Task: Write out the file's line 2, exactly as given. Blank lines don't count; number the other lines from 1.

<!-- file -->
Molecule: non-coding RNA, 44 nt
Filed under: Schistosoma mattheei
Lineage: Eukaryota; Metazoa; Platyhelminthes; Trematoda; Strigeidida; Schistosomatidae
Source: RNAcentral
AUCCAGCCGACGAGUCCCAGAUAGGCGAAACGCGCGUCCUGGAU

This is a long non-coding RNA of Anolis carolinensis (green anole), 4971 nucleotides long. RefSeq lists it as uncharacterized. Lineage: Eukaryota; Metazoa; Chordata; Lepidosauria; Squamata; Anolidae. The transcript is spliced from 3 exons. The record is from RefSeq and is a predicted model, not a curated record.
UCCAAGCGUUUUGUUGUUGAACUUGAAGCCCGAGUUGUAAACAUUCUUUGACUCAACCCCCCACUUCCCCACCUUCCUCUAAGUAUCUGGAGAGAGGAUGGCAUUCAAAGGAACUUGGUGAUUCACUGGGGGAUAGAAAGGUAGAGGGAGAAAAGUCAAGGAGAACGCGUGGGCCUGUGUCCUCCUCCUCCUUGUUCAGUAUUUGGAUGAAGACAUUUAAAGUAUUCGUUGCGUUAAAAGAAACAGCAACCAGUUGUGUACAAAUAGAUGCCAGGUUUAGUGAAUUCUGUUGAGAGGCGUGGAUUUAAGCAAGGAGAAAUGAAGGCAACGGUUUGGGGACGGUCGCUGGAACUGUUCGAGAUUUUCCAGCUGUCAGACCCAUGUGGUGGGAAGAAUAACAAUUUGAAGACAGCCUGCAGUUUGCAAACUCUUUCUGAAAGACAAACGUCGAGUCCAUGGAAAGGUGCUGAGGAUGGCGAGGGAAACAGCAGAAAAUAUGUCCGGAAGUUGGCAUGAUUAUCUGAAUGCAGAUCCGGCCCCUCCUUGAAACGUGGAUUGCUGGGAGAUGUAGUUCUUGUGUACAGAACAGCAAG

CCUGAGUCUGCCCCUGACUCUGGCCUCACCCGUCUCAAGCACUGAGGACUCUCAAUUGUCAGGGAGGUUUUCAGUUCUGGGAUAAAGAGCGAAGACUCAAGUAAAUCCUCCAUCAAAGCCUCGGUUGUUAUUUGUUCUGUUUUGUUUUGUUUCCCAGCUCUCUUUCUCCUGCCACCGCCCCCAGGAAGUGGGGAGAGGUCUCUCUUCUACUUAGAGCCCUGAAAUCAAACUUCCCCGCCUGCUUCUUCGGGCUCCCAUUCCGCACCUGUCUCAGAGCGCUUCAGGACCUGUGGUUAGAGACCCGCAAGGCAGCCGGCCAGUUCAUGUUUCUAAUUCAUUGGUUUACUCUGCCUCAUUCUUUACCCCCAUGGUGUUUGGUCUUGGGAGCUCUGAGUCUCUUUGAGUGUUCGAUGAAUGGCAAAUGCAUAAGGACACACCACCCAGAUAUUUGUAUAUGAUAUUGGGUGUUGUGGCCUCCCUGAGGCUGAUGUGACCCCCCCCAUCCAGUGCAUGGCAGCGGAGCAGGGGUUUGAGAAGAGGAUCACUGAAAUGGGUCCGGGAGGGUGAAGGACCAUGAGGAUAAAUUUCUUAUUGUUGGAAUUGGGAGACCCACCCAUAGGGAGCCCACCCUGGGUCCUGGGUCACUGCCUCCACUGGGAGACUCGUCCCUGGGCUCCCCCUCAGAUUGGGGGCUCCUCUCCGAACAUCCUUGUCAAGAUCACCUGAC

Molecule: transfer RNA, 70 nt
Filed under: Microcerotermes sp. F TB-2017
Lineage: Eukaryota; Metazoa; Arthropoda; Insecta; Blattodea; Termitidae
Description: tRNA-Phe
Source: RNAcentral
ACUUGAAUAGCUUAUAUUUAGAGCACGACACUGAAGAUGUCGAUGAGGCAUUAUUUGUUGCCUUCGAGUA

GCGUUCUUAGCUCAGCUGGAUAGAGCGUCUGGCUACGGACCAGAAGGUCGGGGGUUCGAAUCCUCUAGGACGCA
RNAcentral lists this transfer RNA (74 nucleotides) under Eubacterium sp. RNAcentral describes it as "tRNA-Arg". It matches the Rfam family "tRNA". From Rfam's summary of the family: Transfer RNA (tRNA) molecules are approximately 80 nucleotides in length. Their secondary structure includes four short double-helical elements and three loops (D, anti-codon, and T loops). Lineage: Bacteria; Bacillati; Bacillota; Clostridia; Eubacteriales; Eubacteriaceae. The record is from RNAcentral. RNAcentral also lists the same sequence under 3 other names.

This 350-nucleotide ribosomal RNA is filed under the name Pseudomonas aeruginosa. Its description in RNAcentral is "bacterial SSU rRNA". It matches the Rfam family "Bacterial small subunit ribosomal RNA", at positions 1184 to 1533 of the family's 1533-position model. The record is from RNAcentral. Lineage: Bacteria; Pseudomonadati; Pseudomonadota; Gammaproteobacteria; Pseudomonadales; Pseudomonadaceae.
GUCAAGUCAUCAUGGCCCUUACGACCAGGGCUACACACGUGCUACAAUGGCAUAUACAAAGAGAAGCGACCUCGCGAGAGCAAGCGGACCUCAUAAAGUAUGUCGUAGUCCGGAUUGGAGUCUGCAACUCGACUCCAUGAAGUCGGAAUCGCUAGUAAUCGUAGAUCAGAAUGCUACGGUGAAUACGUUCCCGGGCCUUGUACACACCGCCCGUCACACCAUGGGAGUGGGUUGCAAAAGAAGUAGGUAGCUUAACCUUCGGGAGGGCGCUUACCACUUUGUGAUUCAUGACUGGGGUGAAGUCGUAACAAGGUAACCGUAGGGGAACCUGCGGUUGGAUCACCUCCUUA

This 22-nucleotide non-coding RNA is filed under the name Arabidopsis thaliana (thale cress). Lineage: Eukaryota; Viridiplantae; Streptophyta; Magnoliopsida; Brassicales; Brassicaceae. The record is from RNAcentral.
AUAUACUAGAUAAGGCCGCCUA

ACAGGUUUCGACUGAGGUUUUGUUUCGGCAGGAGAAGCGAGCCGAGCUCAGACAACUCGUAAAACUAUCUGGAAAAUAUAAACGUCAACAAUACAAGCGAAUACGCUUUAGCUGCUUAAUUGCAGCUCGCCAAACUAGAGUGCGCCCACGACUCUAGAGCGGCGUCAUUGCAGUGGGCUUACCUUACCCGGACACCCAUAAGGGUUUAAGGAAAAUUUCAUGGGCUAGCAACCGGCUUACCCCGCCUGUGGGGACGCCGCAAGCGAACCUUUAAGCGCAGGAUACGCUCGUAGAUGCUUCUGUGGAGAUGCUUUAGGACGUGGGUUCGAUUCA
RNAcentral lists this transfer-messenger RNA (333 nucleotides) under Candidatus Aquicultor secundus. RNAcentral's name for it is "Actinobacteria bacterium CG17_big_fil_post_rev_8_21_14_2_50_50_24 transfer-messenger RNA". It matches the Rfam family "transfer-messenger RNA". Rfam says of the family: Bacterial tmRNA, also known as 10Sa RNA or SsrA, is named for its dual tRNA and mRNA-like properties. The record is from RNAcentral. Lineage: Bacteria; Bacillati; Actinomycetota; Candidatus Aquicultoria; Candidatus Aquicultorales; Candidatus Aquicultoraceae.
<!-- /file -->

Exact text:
Filed under: Schistosoma mattheei